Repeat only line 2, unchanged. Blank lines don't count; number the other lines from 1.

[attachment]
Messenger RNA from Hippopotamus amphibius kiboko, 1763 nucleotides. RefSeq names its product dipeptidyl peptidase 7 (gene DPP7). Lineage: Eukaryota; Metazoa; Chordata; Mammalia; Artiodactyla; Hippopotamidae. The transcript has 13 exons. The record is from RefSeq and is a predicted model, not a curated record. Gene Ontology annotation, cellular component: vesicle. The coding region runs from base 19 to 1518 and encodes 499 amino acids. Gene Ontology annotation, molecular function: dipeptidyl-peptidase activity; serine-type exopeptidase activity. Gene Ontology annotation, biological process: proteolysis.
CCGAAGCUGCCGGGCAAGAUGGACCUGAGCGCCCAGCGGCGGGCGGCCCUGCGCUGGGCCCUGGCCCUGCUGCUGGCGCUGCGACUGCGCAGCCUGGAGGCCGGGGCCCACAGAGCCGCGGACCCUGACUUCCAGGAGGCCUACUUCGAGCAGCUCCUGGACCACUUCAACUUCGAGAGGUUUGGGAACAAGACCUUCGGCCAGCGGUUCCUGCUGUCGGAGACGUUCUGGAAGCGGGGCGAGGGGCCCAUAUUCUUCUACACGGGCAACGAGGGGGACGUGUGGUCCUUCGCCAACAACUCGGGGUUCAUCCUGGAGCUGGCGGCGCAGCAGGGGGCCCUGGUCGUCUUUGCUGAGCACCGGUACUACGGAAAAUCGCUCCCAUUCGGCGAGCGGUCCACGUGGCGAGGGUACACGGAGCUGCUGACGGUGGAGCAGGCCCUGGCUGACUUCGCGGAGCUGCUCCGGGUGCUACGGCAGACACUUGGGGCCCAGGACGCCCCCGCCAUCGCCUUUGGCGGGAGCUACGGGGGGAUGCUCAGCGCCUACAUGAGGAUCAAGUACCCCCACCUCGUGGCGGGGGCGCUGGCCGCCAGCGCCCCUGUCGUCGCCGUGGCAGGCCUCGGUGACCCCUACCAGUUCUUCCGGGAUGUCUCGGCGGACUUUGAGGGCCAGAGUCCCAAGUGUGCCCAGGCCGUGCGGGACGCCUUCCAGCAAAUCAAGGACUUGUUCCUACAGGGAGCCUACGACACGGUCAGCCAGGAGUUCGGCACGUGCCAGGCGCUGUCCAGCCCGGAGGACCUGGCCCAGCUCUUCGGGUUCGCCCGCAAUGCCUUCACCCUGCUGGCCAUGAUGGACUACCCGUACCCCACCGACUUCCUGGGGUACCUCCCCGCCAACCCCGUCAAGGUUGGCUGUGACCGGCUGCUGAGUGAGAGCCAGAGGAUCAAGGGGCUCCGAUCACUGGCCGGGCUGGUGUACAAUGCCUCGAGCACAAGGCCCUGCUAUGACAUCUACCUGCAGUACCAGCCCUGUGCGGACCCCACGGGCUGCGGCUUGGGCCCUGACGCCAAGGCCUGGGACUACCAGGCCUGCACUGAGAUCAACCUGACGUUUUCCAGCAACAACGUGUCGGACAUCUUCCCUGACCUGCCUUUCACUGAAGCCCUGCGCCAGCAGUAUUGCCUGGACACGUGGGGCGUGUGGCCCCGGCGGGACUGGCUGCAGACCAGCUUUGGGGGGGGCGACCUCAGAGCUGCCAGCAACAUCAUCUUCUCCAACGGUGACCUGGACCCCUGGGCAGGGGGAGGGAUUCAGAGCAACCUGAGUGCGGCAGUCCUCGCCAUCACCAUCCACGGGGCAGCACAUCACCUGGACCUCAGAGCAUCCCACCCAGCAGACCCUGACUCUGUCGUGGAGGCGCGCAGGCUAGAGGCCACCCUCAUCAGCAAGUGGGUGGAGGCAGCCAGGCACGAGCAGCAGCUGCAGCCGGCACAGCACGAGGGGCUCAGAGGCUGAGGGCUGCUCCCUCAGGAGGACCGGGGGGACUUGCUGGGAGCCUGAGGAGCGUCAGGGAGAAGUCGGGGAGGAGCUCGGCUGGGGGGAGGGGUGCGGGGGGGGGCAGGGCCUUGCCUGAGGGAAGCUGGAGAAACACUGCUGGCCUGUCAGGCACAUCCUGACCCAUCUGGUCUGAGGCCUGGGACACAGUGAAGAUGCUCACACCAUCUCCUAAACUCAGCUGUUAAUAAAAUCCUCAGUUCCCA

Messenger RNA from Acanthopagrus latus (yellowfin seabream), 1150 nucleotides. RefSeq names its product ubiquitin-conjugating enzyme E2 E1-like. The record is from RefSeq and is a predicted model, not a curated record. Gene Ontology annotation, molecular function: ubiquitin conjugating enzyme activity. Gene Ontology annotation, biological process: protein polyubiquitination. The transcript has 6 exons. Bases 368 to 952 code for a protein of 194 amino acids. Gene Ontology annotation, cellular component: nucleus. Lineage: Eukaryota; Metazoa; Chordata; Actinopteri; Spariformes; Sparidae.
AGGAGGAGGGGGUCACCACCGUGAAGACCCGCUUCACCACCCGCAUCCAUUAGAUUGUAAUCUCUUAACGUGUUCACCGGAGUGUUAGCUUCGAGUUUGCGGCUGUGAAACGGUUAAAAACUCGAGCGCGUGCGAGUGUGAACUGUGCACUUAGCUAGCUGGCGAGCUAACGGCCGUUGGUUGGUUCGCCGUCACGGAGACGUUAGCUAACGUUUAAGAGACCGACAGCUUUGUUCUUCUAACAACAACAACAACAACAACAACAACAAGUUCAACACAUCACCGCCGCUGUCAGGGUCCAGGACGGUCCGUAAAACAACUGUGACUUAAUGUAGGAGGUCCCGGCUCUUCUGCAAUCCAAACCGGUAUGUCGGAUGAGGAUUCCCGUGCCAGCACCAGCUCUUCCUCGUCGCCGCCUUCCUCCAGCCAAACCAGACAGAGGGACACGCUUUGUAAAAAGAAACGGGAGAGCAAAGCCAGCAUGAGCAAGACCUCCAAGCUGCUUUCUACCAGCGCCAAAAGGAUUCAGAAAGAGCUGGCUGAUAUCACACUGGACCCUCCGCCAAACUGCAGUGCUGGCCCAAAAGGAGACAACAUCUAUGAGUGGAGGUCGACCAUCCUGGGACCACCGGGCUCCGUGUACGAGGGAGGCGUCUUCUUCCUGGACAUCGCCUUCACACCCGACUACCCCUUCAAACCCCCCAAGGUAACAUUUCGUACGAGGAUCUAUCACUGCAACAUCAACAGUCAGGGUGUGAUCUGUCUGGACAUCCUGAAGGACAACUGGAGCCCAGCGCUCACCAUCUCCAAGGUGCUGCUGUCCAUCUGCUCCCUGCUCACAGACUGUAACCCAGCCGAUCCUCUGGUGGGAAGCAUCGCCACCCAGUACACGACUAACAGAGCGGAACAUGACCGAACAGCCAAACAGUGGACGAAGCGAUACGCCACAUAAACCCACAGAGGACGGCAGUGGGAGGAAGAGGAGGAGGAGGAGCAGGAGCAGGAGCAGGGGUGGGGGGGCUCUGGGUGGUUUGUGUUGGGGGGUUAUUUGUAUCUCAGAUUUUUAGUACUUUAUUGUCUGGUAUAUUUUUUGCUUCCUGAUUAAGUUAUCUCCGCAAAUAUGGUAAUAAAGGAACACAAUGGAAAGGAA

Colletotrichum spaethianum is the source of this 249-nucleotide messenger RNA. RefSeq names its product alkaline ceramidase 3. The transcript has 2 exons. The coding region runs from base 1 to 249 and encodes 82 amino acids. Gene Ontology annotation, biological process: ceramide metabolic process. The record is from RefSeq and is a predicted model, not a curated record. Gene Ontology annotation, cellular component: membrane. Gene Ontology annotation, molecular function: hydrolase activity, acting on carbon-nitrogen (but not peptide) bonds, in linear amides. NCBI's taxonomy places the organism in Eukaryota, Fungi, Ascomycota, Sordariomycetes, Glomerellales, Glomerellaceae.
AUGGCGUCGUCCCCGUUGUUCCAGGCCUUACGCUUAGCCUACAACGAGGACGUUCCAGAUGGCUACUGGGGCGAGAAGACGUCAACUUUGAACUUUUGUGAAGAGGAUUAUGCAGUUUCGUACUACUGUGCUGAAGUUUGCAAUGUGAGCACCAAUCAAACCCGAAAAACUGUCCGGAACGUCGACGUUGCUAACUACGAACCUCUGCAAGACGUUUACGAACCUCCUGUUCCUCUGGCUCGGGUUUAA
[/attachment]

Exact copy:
CCGAAGCUGCCGGGCAAGAUGGACCUGAGCGCCCAGCGGCGGGCGGCCCUGCGCUGGGCCCUGGCCCUGCUGCUGGCGCUGCGACUGCGCAGCCUGGAGGCCGGGGCCCACAGAGCCGCGGACCCUGACUUCCAGGAGGCCUACUUCGAGCAGCUCCUGGACCACUUCAACUUCGAGAGGUUUGGGAACAAGACCUUCGGCCAGCGGUUCCUGCUGUCGGAGACGUUCUGGAAGCGGGGCGAGGGGCCCAUAUUCUUCUACACGGGCAACGAGGGGGACGUGUGGUCCUUCGCCAACAACUCGGGGUUCAUCCUGGAGCUGGCGGCGCAGCAGGGGGCCCUGGUCGUCUUUGCUGAGCACCGGUACUACGGAAAAUCGCUCCCAUUCGGCGAGCGGUCCACGUGGCGAGGGUACACGGAGCUGCUGACGGUGGAGCAGGCCCUGGCUGACUUCGCGGAGCUGCUCCGGGUGCUACGGCAGACACUUGGGGCCCAGGACGCCCCCGCCAUCGCCUUUGGCGGGAGCUACGGGGGGAUGCUCAGCGCCUACAUGAGGAUCAAGUACCCCCACCUCGUGGCGGGGGCGCUGGCCGCCAGCGCCCCUGUCGUCGCCGUGGCAGGCCUCGGUGACCCCUACCAGUUCUUCCGGGAUGUCUCGGCGGACUUUGAGGGCCAGAGUCCCAAGUGUGCCCAGGCCGUGCGGGACGCCUUCCAGCAAAUCAAGGACUUGUUCCUACAGGGAGCCUACGACACGGUCAGCCAGGAGUUCGGCACGUGCCAGGCGCUGUCCAGCCCGGAGGACCUGGCCCAGCUCUUCGGGUUCGCCCGCAAUGCCUUCACCCUGCUGGCCAUGAUGGACUACCCGUACCCCACCGACUUCCUGGGGUACCUCCCCGCCAACCCCGUCAAGGUUGGCUGUGACCGGCUGCUGAGUGAGAGCCAGAGGAUCAAGGGGCUCCGAUCACUGGCCGGGCUGGUGUACAAUGCCUCGAGCACAAGGCCCUGCUAUGACAUCUACCUGCAGUACCAGCCCUGUGCGGACCCCACGGGCUGCGGCUUGGGCCCUGACGCCAAGGCCUGGGACUACCAGGCCUGCACUGAGAUCAACCUGACGUUUUCCAGCAACAACGUGUCGGACAUCUUCCCUGACCUGCCUUUCACUGAAGCCCUGCGCCAGCAGUAUUGCCUGGACACGUGGGGCGUGUGGCCCCGGCGGGACUGGCUGCAGACCAGCUUUGGGGGGGGCGACCUCAGAGCUGCCAGCAACAUCAUCUUCUCCAACGGUGACCUGGACCCCUGGGCAGGGGGAGGGAUUCAGAGCAACCUGAGUGCGGCAGUCCUCGCCAUCACCAUCCACGGGGCAGCACAUCACCUGGACCUCAGAGCAUCCCACCCAGCAGACCCUGACUCUGUCGUGGAGGCGCGCAGGCUAGAGGCCACCCUCAUCAGCAAGUGGGUGGAGGCAGCCAGGCACGAGCAGCAGCUGCAGCCGGCACAGCACGAGGGGCUCAGAGGCUGAGGGCUGCUCCCUCAGGAGGACCGGGGGGACUUGCUGGGAGCCUGAGGAGCGUCAGGGAGAAGUCGGGGAGGAGCUCGGCUGGGGGGAGGGGUGCGGGGGGGGGCAGGGCCUUGCCUGAGGGAAGCUGGAGAAACACUGCUGGCCUGUCAGGCACAUCCUGACCCAUCUGGUCUGAGGCCUGGGACACAGUGAAGAUGCUCACACCAUCUCCUAAACUCAGCUGUUAAUAAAAUCCUCAGUUCCCA